The bright orange or salmon flowers of Cape tulip Moraea flaccida may look attractive, but all parts of this strappy bulb are toxic to grazing animals either as fresh growth or dried within stock fodder.
Cape tulip was introduced from South Africa to Australia 150 years ago as a garden plant, but it is now a widespread and declared weed that invades agricultural lands and areas of native vegetation.
To prevent the spread of Cape tulip, it is crucial that control measures are taken as early as possible during winter prior to it flowering in spring as this plant can reproduce both by seed and corms (bulbs), which can remain dormant for many seasons.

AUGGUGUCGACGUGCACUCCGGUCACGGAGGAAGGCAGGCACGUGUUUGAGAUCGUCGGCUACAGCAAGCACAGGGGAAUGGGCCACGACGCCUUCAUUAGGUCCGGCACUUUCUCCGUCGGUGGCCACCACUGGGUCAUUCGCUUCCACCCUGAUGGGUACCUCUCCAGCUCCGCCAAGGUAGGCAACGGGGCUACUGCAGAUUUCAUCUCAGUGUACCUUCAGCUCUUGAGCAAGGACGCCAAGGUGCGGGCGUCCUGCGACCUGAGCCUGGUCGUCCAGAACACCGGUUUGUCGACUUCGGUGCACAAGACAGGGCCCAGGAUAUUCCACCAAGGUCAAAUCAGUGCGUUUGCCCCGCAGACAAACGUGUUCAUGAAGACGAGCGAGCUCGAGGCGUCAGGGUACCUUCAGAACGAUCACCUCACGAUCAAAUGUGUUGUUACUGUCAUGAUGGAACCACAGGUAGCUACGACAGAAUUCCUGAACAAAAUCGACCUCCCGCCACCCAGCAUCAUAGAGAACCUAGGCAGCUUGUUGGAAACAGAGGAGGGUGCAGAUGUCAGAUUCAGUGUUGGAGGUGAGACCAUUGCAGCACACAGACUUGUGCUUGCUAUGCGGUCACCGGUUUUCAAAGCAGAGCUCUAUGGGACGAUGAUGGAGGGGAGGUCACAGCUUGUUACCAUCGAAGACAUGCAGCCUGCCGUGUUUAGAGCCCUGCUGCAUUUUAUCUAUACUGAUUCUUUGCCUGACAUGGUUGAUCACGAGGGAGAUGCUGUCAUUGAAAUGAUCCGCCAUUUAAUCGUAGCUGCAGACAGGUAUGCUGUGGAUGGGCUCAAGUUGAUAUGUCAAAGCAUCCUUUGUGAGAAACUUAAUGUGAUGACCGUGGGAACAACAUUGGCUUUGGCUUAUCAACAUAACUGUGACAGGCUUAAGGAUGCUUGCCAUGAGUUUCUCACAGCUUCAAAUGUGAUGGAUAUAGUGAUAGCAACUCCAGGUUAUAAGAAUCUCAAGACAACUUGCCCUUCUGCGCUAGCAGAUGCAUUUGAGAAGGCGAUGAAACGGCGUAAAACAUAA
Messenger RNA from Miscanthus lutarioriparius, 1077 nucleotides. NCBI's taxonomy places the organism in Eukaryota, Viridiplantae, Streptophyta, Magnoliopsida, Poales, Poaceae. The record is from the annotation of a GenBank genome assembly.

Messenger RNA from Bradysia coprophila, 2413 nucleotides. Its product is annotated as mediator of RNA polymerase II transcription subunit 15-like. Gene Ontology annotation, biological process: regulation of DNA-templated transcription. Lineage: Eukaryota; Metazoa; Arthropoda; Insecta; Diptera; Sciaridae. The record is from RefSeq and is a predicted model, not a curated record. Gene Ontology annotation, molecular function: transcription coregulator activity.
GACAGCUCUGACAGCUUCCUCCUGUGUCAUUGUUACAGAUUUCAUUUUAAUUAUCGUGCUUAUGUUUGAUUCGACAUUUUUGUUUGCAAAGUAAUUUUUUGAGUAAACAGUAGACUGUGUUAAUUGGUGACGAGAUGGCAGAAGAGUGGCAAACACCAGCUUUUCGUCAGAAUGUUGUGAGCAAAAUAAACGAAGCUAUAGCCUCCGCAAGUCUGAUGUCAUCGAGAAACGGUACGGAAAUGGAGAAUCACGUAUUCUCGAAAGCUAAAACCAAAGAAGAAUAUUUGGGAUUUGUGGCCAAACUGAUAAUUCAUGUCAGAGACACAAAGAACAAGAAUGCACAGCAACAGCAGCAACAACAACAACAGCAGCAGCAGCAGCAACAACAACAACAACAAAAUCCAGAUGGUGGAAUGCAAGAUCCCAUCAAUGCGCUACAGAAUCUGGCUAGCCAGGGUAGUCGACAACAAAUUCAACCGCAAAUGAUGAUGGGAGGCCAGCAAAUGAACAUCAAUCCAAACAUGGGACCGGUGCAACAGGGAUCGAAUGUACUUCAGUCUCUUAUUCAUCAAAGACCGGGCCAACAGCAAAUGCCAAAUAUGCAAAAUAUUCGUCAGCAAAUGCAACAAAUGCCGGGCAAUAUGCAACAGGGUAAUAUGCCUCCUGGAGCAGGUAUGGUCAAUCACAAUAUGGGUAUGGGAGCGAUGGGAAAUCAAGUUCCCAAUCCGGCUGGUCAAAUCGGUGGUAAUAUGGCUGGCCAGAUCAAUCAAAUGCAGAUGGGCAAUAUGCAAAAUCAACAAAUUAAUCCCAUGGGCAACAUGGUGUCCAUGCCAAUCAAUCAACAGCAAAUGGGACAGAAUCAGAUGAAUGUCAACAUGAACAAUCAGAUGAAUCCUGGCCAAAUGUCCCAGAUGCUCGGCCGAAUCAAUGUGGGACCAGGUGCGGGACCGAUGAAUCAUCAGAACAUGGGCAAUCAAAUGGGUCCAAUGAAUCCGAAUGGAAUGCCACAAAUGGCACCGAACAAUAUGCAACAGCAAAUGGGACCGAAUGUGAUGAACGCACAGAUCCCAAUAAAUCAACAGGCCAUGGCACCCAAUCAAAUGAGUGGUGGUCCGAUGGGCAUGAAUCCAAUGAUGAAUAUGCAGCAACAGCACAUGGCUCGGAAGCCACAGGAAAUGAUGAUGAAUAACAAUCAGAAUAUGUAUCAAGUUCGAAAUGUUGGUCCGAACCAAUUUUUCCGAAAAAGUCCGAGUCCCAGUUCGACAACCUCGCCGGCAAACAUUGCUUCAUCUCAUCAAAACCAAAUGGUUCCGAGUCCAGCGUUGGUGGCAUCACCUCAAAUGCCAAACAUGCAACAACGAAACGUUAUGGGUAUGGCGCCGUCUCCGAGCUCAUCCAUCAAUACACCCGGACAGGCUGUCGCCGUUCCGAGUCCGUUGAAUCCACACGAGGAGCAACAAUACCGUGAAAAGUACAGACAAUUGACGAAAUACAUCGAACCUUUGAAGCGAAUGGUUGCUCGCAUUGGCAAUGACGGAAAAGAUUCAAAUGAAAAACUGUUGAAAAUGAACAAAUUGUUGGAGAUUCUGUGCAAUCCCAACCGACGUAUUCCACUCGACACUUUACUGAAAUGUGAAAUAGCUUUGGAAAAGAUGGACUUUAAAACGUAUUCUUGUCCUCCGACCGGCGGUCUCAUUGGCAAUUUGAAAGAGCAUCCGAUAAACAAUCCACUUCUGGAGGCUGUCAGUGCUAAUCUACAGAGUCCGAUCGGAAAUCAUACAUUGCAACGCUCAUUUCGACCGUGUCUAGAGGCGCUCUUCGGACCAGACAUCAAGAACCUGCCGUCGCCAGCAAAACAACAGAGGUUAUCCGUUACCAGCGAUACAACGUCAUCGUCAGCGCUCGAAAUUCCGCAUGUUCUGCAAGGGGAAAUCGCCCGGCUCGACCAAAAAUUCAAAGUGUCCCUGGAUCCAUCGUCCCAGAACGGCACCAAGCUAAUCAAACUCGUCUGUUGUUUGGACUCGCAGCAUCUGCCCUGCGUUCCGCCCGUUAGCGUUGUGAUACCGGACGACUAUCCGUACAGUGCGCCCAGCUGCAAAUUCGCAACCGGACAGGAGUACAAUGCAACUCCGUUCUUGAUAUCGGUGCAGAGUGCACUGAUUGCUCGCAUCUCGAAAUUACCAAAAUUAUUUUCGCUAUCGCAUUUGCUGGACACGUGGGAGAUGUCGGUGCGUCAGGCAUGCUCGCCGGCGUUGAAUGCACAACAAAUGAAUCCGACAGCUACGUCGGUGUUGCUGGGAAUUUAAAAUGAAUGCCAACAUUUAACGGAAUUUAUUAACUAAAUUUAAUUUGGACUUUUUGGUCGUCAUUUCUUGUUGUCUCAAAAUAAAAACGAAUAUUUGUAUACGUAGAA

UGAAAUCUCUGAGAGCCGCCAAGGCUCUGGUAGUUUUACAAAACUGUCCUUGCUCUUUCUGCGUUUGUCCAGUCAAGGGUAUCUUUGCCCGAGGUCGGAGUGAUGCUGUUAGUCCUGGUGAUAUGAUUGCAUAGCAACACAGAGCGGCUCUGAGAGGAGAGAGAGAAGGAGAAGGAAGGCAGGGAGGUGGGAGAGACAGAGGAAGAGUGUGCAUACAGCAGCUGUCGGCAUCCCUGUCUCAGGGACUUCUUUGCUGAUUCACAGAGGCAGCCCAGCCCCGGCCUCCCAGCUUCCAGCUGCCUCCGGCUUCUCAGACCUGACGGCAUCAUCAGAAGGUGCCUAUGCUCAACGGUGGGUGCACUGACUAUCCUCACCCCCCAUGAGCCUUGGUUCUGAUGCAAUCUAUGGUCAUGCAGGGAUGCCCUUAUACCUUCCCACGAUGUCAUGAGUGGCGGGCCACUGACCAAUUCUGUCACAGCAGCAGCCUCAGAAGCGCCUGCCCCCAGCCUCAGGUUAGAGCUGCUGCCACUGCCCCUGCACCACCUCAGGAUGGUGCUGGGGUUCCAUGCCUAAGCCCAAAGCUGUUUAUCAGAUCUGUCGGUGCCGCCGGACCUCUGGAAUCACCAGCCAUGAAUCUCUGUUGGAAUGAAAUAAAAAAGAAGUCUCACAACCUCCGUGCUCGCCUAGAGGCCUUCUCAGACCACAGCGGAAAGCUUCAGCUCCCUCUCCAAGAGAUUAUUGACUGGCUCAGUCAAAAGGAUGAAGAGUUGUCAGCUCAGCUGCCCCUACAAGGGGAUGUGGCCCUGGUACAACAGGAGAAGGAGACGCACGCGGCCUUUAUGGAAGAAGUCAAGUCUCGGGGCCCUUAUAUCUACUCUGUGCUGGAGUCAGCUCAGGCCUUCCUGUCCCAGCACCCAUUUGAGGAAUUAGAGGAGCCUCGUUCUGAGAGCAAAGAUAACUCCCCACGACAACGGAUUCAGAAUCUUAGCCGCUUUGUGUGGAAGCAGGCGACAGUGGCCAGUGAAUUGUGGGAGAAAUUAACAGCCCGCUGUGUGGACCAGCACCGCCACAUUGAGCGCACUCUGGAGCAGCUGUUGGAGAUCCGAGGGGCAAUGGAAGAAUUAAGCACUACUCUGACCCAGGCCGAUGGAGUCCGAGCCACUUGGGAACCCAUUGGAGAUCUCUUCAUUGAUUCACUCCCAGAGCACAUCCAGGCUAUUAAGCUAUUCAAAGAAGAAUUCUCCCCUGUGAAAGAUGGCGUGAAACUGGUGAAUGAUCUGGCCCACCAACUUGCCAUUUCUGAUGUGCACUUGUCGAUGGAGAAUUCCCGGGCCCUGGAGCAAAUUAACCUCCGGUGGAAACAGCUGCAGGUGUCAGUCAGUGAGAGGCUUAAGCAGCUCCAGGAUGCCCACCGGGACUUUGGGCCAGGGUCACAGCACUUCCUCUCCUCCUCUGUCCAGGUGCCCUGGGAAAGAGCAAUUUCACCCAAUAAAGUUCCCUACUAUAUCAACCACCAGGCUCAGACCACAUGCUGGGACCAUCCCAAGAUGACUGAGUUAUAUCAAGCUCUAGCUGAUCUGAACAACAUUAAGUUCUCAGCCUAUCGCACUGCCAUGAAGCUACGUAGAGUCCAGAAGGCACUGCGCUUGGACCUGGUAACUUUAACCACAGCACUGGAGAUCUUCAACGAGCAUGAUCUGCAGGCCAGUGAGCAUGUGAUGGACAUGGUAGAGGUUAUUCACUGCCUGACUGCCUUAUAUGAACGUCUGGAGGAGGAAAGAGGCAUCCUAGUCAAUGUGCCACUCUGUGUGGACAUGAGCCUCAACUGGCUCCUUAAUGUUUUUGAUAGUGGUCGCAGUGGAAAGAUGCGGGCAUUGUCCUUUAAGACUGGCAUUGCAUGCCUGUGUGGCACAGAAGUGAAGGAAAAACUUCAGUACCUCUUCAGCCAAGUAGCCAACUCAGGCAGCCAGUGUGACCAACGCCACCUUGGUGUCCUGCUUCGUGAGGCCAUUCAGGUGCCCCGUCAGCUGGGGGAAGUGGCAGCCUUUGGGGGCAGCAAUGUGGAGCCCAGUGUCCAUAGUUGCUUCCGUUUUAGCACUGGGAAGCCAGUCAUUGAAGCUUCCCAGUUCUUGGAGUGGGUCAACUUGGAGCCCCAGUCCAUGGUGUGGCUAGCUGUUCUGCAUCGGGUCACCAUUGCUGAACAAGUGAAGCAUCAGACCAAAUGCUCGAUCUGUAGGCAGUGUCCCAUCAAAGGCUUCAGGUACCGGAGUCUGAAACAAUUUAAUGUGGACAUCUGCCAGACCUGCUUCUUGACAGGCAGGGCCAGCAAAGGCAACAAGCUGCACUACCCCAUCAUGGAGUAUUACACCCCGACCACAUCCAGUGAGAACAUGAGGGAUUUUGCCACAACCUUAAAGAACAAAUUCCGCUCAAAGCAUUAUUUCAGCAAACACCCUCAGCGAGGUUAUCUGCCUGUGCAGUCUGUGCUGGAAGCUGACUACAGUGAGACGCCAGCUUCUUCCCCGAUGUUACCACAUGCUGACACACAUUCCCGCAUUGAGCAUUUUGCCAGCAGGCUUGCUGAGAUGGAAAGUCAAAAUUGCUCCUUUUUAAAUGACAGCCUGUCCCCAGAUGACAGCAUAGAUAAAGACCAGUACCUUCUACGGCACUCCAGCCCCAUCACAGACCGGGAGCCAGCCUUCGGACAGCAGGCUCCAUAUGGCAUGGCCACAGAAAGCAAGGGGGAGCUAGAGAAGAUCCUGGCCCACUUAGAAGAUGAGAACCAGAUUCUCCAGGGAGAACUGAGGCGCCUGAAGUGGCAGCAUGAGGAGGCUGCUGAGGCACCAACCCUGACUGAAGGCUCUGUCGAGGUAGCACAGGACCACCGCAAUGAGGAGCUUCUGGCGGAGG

Seed is spread by wind, water, stock and even by hay transported from infested paddocks. Both the corms and the seed can be dispersed in contaminated soil or mud by farm machinery.
Large infestations of the weed are best treated with herbicide applied through a boom sprayer, hand-line or weed wiper, while individual plants can be hand-wiped or spot sprayed with herbicide, or physically dug out.
If there is no opportunity for chemical or physical control, slashing flowering plants can also be used to suppress seed set, although mature and dry seed heads should not be slashed because of the risk of spreading the seeds.
Staff from the Hills and Fleurieu Landscape Board are happy to advise landholders on the best control methods and can be contacted at Mount Barker 8391 7500 or Willunga 8550 3400.